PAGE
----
Last year was the first year ever that more PhDs went to women than men. Now will academia eventually reflect the shifting paradigm?
According to Inside Higher Ed, a report by the Council on Graduate Schools finds that in 2008-09, women earned 50.4% of doctoral degrees — up from 44% in 2000. And while women are still the minority in engineering (22% of doctorates) and math and computer science (27%), they've pulled ahead in both biological and agricultural sciences (51%) and health sciences (a full 70%). The number of women getting PhD's in various fields is also increasing faster than that of men — in math and computer science, for instance, women's doctorates were up 7% last year, while men's climbed only 4.3%. The fact that women appear to be catching up even in fields where they supposedly have an inherent disadvantage is cause for rejoicing, but several experts are concerned about growing gender imbalance. Says Nathan Bell of the Council of Graduate Schools,
If the U.S. is to remain competitive and economically strong, it is important that we recruit and retain the best and brightest students in graduate education, and that means from all segments of the population. [...] We cannot depend on one segment of our population to provide for the majority of our workforce needs in individual fields.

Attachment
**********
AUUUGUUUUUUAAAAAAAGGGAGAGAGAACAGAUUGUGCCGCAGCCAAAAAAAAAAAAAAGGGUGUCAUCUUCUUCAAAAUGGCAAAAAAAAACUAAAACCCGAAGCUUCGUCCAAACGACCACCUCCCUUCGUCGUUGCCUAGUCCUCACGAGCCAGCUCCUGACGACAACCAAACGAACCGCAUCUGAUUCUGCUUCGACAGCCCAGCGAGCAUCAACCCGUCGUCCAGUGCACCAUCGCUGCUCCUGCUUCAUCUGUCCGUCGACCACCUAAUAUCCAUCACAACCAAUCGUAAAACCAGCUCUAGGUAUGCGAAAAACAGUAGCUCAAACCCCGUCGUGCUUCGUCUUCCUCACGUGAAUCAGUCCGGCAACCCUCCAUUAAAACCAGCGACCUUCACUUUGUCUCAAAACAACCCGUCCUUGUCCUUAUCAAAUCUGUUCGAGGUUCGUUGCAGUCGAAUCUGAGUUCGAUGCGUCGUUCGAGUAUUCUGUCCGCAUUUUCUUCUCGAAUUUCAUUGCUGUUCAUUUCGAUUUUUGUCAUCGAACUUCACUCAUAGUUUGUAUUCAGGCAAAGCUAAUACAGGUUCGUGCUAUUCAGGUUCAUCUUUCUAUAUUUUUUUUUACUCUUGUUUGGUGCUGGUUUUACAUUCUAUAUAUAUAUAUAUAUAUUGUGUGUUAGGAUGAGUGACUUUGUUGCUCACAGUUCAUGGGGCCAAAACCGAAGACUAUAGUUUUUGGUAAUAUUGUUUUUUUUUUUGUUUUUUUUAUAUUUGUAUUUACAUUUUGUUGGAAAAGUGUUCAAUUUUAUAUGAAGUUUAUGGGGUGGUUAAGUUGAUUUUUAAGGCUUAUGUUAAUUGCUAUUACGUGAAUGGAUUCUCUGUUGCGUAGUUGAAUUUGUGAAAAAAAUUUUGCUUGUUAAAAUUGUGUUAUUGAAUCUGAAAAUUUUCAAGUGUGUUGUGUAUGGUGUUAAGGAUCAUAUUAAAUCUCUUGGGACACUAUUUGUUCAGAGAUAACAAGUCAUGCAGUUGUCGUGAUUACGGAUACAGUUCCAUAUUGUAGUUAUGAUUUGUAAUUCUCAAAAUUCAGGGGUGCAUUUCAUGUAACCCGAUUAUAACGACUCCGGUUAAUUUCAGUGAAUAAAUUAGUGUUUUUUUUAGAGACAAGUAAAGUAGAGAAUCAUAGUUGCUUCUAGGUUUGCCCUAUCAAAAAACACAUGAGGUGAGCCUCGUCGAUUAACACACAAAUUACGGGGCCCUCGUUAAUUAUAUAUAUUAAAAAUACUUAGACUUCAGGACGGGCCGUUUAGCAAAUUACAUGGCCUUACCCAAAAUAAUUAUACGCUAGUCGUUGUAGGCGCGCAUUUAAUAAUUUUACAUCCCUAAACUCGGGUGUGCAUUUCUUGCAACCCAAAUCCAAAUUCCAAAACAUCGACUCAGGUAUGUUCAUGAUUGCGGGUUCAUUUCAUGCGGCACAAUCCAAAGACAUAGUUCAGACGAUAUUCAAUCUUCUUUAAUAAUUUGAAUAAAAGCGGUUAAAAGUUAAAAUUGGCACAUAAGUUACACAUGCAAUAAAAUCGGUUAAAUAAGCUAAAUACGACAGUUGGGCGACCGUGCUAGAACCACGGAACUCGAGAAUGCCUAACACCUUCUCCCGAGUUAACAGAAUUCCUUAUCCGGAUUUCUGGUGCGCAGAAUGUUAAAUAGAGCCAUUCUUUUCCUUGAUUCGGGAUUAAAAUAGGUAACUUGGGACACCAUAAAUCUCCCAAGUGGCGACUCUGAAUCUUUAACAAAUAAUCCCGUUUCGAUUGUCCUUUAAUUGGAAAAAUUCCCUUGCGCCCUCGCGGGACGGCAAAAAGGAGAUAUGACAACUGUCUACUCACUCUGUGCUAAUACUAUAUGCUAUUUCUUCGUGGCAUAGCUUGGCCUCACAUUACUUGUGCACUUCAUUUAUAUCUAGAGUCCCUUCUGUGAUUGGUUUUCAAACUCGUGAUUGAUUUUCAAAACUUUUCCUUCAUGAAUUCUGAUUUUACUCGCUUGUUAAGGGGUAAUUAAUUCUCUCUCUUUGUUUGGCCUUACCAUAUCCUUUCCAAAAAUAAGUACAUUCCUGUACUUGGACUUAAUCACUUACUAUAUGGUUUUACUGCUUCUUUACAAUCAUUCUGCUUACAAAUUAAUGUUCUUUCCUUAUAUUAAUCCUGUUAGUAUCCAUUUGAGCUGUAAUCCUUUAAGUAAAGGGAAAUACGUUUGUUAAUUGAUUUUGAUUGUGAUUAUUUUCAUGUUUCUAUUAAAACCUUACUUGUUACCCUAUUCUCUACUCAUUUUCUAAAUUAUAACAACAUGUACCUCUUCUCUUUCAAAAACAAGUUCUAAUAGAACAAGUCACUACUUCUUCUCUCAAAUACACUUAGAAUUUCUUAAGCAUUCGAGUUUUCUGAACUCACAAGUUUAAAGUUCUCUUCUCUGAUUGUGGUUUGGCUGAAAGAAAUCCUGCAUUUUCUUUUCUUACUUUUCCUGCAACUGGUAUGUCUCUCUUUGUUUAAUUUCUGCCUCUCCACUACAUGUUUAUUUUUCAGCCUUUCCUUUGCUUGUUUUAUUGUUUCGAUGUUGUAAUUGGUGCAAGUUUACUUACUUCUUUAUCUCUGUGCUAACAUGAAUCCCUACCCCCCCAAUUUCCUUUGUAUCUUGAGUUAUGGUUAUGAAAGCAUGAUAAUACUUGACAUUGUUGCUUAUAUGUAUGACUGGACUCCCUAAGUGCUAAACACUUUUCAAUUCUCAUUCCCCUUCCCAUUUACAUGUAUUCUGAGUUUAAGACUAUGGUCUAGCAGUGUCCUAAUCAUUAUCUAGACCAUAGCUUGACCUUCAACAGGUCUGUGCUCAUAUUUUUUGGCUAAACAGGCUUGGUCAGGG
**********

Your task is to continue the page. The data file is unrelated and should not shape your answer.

Richard Whitmire, author of Why Boys Fail: Saving Our Sons from an Educational System That's Leaving Them Behind, adds that "we should care that men and women major in different things," and that if some groups are excluded from some fields, "we are not fielding our best team." Both of these are good arguments — as is Bell's comment that minority groups, who currently receive 29.1% of PhDs, need equal representation too. But they're also arguments that have been made for decades — and that have often fallen on deaf or even hostile ears. Will those who railed against affirmative action finally recognize the problems of underrepresentation if men become an underrepresented group? And will women's gains in education actually translate into parity in academic careers, where women still make less money at every level? It's not clear, but at least the news about women's doctorates is directing attention to the issue of gender in academia. Hopefully this attention will drive efforts to help all underrepresented groups succeed, and not simply convince people that the fight for women's equality is over.
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